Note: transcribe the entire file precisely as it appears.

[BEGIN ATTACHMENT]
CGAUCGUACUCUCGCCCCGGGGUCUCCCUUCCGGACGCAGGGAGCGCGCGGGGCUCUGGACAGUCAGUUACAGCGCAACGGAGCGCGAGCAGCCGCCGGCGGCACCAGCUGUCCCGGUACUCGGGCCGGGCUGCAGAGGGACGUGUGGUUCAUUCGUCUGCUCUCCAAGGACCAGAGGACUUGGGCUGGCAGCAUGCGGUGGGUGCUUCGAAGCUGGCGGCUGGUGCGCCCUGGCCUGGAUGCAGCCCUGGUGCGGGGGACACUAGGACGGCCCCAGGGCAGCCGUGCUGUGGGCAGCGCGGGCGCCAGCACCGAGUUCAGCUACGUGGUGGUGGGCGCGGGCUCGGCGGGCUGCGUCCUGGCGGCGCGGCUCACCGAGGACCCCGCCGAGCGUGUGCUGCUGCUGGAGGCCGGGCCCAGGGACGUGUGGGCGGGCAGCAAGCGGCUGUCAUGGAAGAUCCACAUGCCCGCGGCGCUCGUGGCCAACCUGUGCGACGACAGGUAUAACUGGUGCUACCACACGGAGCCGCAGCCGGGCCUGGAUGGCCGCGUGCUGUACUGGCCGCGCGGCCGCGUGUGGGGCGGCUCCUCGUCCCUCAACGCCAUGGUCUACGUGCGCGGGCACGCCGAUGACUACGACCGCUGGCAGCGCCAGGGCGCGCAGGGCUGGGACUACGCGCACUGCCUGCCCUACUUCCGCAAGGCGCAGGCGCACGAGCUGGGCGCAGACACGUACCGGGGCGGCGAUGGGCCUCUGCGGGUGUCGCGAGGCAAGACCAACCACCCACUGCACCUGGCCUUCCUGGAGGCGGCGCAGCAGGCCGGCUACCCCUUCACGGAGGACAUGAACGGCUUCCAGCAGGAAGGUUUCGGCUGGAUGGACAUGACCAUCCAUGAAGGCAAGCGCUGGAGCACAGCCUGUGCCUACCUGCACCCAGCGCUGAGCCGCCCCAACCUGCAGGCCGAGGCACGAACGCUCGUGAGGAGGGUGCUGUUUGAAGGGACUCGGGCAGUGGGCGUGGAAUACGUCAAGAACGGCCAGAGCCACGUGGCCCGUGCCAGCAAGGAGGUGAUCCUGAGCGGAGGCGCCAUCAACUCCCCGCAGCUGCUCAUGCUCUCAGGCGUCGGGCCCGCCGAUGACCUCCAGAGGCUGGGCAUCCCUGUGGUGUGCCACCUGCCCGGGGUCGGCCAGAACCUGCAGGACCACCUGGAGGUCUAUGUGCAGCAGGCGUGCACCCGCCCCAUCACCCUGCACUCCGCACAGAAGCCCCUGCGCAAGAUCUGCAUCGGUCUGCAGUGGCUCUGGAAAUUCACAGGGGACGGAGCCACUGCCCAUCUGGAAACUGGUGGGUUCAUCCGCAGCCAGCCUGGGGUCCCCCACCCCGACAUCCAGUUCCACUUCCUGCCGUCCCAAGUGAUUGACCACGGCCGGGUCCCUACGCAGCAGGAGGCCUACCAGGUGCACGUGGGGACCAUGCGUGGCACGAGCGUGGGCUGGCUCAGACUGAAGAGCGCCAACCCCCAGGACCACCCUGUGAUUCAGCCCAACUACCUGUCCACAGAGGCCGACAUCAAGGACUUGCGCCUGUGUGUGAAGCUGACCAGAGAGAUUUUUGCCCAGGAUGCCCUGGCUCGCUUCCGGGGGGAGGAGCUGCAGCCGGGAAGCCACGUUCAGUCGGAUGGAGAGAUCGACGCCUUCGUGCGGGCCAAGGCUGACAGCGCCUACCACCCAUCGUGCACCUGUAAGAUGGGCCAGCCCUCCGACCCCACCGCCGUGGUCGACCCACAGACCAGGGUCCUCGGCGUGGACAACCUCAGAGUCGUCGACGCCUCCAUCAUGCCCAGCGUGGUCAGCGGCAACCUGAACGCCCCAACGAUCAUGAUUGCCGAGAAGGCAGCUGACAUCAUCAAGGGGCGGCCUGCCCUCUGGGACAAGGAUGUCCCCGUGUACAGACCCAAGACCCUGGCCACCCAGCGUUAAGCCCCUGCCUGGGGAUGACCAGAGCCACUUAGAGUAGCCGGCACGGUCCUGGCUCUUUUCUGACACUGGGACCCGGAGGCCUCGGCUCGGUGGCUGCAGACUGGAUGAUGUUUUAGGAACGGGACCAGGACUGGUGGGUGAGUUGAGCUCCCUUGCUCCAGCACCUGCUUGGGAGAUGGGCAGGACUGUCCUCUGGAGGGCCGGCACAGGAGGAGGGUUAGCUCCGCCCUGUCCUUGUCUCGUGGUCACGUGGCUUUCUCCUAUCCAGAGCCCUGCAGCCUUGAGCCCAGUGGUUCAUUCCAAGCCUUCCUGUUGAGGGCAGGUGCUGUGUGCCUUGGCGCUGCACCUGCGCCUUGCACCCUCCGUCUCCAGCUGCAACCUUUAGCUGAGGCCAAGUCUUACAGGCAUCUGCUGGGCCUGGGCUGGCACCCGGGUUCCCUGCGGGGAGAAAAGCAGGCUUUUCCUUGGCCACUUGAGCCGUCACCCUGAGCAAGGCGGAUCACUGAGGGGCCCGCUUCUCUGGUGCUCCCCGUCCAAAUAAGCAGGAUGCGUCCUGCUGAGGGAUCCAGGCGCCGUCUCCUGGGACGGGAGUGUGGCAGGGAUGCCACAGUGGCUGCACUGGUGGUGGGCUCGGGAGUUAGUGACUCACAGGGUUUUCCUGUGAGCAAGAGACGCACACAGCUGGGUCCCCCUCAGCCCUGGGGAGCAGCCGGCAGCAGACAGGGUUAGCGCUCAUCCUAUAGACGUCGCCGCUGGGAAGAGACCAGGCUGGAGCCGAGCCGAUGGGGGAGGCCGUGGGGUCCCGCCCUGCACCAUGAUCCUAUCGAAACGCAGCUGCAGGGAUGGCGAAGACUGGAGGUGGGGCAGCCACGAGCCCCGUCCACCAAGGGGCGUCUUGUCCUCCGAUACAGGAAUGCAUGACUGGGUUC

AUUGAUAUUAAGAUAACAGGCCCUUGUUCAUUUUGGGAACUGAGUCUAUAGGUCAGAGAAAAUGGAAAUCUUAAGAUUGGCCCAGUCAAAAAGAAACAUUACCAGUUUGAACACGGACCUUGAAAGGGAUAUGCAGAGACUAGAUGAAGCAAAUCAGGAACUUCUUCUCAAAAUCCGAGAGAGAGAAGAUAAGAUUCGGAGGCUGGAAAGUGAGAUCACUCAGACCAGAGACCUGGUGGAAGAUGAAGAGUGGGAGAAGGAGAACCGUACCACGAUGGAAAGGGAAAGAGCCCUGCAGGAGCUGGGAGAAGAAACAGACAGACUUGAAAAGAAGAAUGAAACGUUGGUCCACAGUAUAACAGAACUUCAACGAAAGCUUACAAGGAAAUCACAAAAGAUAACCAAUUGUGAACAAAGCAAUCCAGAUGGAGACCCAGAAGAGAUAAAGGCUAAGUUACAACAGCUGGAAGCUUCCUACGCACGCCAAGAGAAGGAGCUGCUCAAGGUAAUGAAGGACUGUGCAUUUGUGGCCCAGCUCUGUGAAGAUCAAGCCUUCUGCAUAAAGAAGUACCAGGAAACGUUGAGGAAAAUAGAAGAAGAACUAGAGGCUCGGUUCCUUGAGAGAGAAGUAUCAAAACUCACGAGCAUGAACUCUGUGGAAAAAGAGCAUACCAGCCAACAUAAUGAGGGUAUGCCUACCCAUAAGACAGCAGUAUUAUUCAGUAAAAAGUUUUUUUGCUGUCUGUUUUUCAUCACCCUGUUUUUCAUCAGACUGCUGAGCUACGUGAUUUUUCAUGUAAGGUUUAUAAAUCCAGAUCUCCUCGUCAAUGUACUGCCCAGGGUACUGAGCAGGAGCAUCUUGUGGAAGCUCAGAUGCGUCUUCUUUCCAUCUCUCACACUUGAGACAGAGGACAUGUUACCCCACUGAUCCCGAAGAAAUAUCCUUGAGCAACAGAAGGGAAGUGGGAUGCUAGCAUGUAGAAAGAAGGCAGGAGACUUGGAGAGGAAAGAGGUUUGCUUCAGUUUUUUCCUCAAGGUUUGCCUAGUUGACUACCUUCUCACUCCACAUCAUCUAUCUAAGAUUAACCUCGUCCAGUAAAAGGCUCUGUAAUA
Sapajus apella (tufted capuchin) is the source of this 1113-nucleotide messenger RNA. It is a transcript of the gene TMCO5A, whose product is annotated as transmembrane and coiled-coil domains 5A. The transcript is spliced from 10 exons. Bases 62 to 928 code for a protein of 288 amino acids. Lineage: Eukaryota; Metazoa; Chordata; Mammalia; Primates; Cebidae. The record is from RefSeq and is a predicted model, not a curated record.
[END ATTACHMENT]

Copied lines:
CGAUCGUACUCUCGCCCCGGGGUCUCCCUUCCGGACGCAGGGAGCGCGCGGGGCUCUGGACAGUCAGUUACAGCGCAACGGAGCGCGAGCAGCCGCCGGCGGCACCAGCUGUCCCGGUACUCGGGCCGGGCUGCAGAGGGACGUGUGGUUCAUUCGUCUGCUCUCCAAGGACCAGAGGACUUGGGCUGGCAGCAUGCGGUGGGUGCUUCGAAGCUGGCGGCUGGUGCGCCCUGGCCUGGAUGCAGCCCUGGUGCGGGGGACACUAGGACGGCCCCAGGGCAGCCGUGCUGUGGGCAGCGCGGGCGCCAGCACCGAGUUCAGCUACGUGGUGGUGGGCGCGGGCUCGGCGGGCUGCGUCCUGGCGGCGCGGCUCACCGAGGACCCCGCCGAGCGUGUGCUGCUGCUGGAGGCCGGGCCCAGGGACGUGUGGGCGGGCAGCAAGCGGCUGUCAUGGAAGAUCCACAUGCCCGCGGCGCUCGUGGCCAACCUGUGCGACGACAGGUAUAACUGGUGCUACCACACGGAGCCGCAGCCGGGCCUGGAUGGCCGCGUGCUGUACUGGCCGCGCGGCCGCGUGUGGGGCGGCUCCUCGUCCCUCAACGCCAUGGUCUACGUGCGCGGGCACGCCGAUGACUACGACCGCUGGCAGCGCCAGGGCGCGCAGGGCUGGGACUACGCGCACUGCCUGCCCUACUUCCGCAAGGCGCAGGCGCACGAGCUGGGCGCAGACACGUACCGGGGCGGCGAUGGGCCUCUGCGGGUGUCGCGAGGCAAGACCAACCACCCACUGCACCUGGCCUUCCUGGAGGCGGCGCAGCAGGCCGGCUACCCCUUCACGGAGGACAUGAACGGCUUCCAGCAGGAAGGUUUCGGCUGGAUGGACAUGACCAUCCAUGAAGGCAAGCGCUGGAGCACAGCCUGUGCCUACCUGCACCCAGCGCUGAGCCGCCCCAACCUGCAGGCCGAGGCACGAACGCUCGUGAGGAGGGUGCUGUUUGAAGGGACUCGGGCAGUGGGCGUGGAAUACGUCAAGAACGGCCAGAGCCACGUGGCCCGUGCCAGCAAGGAGGUGAUCCUGAGCGGAGGCGCCAUCAACUCCCCGCAGCUGCUCAUGCUCUCAGGCGUCGGGCCCGCCGAUGACCUCCAGAGGCUGGGCAUCCCUGUGGUGUGCCACCUGCCCGGGGUCGGCCAGAACCUGCAGGACCACCUGGAGGUCUAUGUGCAGCAGGCGUGCACCCGCCCCAUCACCCUGCACUCCGCACAGAAGCCCCUGCGCAAGAUCUGCAUCGGUCUGCAGUGGCUCUGGAAAUUCACAGGGGACGGAGCCACUGCCCAUCUGGAAACUGGUGGGUUCAUCCGCAGCCAGCCUGGGGUCCCCCACCCCGACAUCCAGUUCCACUUCCUGCCGUCCCAAGUGAUUGACCACGGCCGGGUCCCUACGCAGCAGGAGGCCUACCAGGUGCACGUGGGGACCAUGCGUGGCACGAGCGUGGGCUGGCUCAGACUGAAGAGCGCCAACCCCCAGGACCACCCUGUGAUUCAGCCCAACUACCUGUCCACAGAGGCCGACAUCAAGGACUUGCGCCUGUGUGUGAAGCUGACCAGAGAGAUUUUUGCCCAGGAUGCCCUGGCUCGCUUCCGGGGGGAGGAGCUGCAGCCGGGAAGCCACGUUCAGUCGGAUGGAGAGAUCGACGCCUUCGUGCGGGCCAAGGCUGACAGCGCCUACCACCCAUCGUGCACCUGUAAGAUGGGCCAGCCCUCCGACCCCACCGCCGUGGUCGACCCACAGACCAGGGUCCUCGGCGUGGACAACCUCAGAGUCGUCGACGCCUCCAUCAUGCCCAGCGUGGUCAGCGGCAACCUGAACGCCCCAACGAUCAUGAUUGCCGAGAAGGCAGCUGACAUCAUCAAGGGGCGGCCUGCCCUCUGGGACAAGGAUGUCCCCGUGUACAGACCCAAGACCCUGGCCACCCAGCGUUAAGCCCCUGCCUGGGGAUGACCAGAGCCACUUAGAGUAGCCGGCACGGUCCUGGCUCUUUUCUGACACUGGGACCCGGAGGCCUCGGCUCGGUGGCUGCAGACUGGAUGAUGUUUUAGGAACGGGACCAGGACUGGUGGGUGAGUUGAGCUCCCUUGCUCCAGCACCUGCUUGGGAGAUGGGCAGGACUGUCCUCUGGAGGGCCGGCACAGGAGGAGGGUUAGCUCCGCCCUGUCCUUGUCUCGUGGUCACGUGGCUUUCUCCUAUCCAGAGCCCUGCAGCCUUGAGCCCAGUGGUUCAUUCCAAGCCUUCCUGUUGAGGGCAGGUGCUGUGUGCCUUGGCGCUGCACCUGCGCCUUGCACCCUCCGUCUCCAGCUGCAACCUUUAGCUGAGGCCAAGUCUUACAGGCAUCUGCUGGGCCUGGGCUGGCACCCGGGUUCCCUGCGGGGAGAAAAGCAGGCUUUUCCUUGGCCACUUGAGCCGUCACCCUGAGCAAGGCGGAUCACUGAGGGGCCCGCUUCUCUGGUGCUCCCCGUCCAAAUAAGCAGGAUGCGUCCUGCUGAGGGAUCCAGGCGCCGUCUCCUGGGACGGGAGUGUGGCAGGGAUGCCACAGUGGCUGCACUGGUGGUGGGCUCGGGAGUUAGUGACUCACAGGGUUUUCCUGUGAGCAAGAGACGCACACAGCUGGGUCCCCCUCAGCCCUGGGGAGCAGCCGGCAGCAGACAGGGUUAGCGCUCAUCCUAUAGACGUCGCCGCUGGGAAGAGACCAGGCUGGAGCCGAGCCGAUGGGGGAGGCCGUGGGGUCCCGCCCUGCACCAUGAUCCUAUCGAAACGCAGCUGCAGGGAUGGCGAAGACUGGAGGUGGGGCAGCCACGAGCCCCGUCCACCAAGGGGCGUCUUGUCCUCCGAUACAGGAAUGCAUGACUGGGUUC

AUUGAUAUUAAGAUAACAGGCCCUUGUUCAUUUUGGGAACUGAGUCUAUAGGUCAGAGAAAAUGGAAAUCUUAAGAUUGGCCCAGUCAAAAAGAAACAUUACCAGUUUGAACACGGACCUUGAAAGGGAUAUGCAGAGACUAGAUGAAGCAAAUCAGGAACUUCUUCUCAAAAUCCGAGAGAGAGAAGAUAAGAUUCGGAGGCUGGAAAGUGAGAUCACUCAGACCAGAGACCUGGUGGAAGAUGAAGAGUGGGAGAAGGAGAACCGUACCACGAUGGAAAGGGAAAGAGCCCUGCAGGAGCUGGGAGAAGAAACAGACAGACUUGAAAAGAAGAAUGAAACGUUGGUCCACAGUAUAACAGAACUUCAACGAAAGCUUACAAGGAAAUCACAAAAGAUAACCAAUUGUGAACAAAGCAAUCCAGAUGGAGACCCAGAAGAGAUAAAGGCUAAGUUACAACAGCUGGAAGCUUCCUACGCACGCCAAGAGAAGGAGCUGCUCAAGGUAAUGAAGGACUGUGCAUUUGUGGCCCAGCUCUGUGAAGAUCAAGCCUUCUGCAUAAAGAAGUACCAGGAAACGUUGAGGAAAAUAGAAGAAGAACUAGAGGCUCGGUUCCUUGAGAGAGAAGUAUCAAAACUCACGAGCAUGAACUCUGUGGAAAAAGAGCAUACCAGCCAACAUAAUGAGGGUAUGCCUACCCAUAAGACAGCAGUAUUAUUCAGUAAAAAGUUUUUUUGCUGUCUGUUUUUCAUCACCCUGUUUUUCAUCAGACUGCUGAGCUACGUGAUUUUUCAUGUAAGGUUUAUAAAUCCAGAUCUCCUCGUCAAUGUACUGCCCAGGGUACUGAGCAGGAGCAUCUUGUGGAAGCUCAGAUGCGUCUUCUUUCCAUCUCUCACACUUGAGACAGAGGACAUGUUACCCCACUGAUCCCGAAGAAAUAUCCUUGAGCAACAGAAGGGAAGUGGGAUGCUAGCAUGUAGAAAGAAGGCAGGAGACUUGGAGAGGAAAGAGGUUUGCUUCAGUUUUUUCCUCAAGGUUUGCCUAGUUGACUACCUUCUCACUCCACAUCAUCUAUCUAAGAUUAACCUCGUCCAGUAAAAGGCUCUGUAAUA
Sapajus apella (tufted capuchin) is the source of this 1113-nucleotide messenger RNA. It is a transcript of the gene TMCO5A, whose product is annotated as transmembrane and coiled-coil domains 5A. The transcript is spliced from 10 exons. Bases 62 to 928 code for a protein of 288 amino acids. Lineage: Eukaryota; Metazoa; Chordata; Mammalia; Primates; Cebidae. The record is from RefSeq and is a predicted model, not a curated record.